The authors claim that they were able to sample the "full phase space" of the ttbar process. There is no indication that the GAN can sample the phase space of the samples without "holes". In addition, there is no discussion of how much of the phase space the GAN can sample outside the training data. The training data is a rather small subset of the true high dimensional phase space. This could be visualized by producing many more events through the GAN than were used as training data, and by displaying the sampled phase space with very small bin resolutions, revealing the granularity of the training data. It cannot therefore be concluded that the GAN scans the "full phase space". The training data and the capacity of the GAN are huge. It is not clear what we learn beyond the 1 Million training data events.

We show a correlation plot which is most interesting structure wise, which does not show any holes in the phase-space. Further, upon request, we now added a 2D correlations of phi_j1 vs phi_j2 for 1 million true events and 1/10/50 million generated events next to it with a very small binning.

Showing e.g. phi_object1 vs phi_object2 with very small bin sizes could be a way to show how the GAN is able to fill the “holes” in the high-dim phase space beyond the training data. It would also be a way to see how much mode-collapse is a really avoided.

We now show those plots and dont see any "holes" in the phase space.

I like to repeat the demand to show the phi distributions of all 6 objects. It is interesting to show that they are indeed flat given the claim by reference 14.

We slightly disagree on the importance of those distributions as they do not show any interesting physics and are indeed flat. However, we now show the phi distributions of for two arbitrary objects which are indeed flat as expected. We restricted ourselves to show only two of them as they look all the same and do not encode any other interesting information.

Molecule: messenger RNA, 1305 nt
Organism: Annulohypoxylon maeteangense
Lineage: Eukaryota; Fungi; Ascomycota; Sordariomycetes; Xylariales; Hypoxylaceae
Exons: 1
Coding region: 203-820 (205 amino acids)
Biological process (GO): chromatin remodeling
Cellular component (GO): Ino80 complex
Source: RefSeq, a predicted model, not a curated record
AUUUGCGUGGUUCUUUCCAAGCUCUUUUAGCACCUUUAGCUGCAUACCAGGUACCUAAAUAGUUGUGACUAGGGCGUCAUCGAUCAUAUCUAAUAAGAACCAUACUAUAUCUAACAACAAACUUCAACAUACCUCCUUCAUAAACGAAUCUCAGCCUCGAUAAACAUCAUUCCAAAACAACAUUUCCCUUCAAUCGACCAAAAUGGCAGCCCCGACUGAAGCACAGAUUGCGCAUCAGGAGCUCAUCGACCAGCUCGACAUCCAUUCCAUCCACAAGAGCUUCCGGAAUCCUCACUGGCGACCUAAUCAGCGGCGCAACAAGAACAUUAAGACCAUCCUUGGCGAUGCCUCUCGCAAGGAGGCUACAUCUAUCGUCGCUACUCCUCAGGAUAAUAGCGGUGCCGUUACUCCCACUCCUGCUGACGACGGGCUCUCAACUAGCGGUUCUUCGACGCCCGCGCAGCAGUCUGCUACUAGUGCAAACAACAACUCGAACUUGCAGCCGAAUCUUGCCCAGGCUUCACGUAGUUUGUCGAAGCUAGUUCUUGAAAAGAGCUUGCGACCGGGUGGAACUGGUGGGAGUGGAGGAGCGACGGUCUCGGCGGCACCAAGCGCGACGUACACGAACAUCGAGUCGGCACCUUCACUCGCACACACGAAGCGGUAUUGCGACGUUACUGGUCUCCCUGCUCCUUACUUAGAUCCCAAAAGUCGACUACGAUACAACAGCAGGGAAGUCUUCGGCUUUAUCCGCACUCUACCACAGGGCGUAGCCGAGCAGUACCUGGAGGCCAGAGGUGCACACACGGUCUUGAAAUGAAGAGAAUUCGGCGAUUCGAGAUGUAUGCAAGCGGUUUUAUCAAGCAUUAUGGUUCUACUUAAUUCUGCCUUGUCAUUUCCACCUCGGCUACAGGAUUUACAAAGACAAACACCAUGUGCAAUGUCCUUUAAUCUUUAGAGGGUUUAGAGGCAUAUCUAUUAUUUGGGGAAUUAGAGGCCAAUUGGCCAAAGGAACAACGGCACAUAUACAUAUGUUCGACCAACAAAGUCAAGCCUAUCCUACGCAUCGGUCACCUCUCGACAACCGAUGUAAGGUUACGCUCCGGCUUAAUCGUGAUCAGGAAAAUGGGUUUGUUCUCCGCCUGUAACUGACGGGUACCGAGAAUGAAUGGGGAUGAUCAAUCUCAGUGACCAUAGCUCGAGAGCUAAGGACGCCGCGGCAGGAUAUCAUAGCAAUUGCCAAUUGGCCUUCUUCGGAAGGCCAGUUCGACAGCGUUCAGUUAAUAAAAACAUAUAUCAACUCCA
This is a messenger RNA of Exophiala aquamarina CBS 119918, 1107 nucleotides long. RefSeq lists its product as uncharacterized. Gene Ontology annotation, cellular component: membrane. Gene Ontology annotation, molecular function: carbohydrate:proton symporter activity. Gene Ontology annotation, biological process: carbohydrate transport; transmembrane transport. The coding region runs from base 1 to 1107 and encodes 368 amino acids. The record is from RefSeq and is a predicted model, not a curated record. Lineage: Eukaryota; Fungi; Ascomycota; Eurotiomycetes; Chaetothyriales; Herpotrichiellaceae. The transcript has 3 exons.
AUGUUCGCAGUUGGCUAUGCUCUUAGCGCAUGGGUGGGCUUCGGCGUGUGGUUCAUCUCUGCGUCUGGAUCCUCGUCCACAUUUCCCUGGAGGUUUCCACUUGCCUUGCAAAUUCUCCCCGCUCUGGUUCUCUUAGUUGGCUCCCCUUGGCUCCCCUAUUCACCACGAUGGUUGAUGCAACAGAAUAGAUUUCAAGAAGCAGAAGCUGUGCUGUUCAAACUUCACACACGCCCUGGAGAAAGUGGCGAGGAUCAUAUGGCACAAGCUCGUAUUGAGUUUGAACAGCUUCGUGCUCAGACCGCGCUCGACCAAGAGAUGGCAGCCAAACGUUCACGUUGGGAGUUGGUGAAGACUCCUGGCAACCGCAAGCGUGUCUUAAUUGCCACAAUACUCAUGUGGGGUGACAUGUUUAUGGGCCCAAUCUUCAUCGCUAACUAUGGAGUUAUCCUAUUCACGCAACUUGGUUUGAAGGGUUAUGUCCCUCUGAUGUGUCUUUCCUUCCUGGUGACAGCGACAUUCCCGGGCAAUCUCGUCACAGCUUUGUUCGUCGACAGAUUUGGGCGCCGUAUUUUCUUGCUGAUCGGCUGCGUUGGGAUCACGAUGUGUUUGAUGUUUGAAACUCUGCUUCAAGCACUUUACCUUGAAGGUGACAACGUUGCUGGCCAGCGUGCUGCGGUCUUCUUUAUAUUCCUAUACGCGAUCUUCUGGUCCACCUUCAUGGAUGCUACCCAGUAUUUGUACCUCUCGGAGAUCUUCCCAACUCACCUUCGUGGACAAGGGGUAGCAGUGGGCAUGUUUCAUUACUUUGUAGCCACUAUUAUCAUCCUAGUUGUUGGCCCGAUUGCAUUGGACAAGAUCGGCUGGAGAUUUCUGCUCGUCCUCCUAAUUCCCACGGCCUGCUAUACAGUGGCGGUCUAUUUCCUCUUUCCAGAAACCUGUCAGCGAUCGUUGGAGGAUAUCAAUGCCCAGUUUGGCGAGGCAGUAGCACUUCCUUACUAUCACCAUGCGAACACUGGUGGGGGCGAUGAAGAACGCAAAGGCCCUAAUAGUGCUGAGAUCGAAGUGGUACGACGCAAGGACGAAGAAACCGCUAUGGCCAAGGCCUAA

It is not clear how essential the MMD term is to reproduce the distributions. Also, the effect of the MMD term on the phi, eta and pt distributions should be shown.

We don't see any effect of the MMD on any other observable than the invariant masses, hence we only show the effect of the MMD on the invariant mass distributions. For the invariant masses, we show 4 plots which clearly indicate the importance of the MMD in resolving the sharp local features.

The details of the MMD configurations should be added to the draft, i.e. which kernels, widths etc. have been used ?

The details of the MMD are given both, in the corresponding plots and the describing text along with the plots.

Since the authors do not want to state the use of MMD in the title, I would recommend to mention this at least in the abstract.

We now mention the MMD in the abstract.

Code should be released with this publication. At least, the data produced by the GAN and the training data should be made available. The results are otherwise hardly reproducible.

Upon request we will happily share our code and training data. However, we decided against making it publicly available on GitHub.

Details: „page 5 „for each point“ . I ssume you mean for each „batch“

No, the complete phrase is "for each point in a batch..", hence, the wording is correct.

Anonymous Report 1 on 2019-10-3 Invited Report

Report

This is a followup report, now considering v2. Thank you to the authors for addressing my comments on v1. I now only have two followup points:

- Fig. 4: I still don't understand how the GAN can do better (closer to the true distribution) than the stat. uncertainty on the training dataset. Please explain.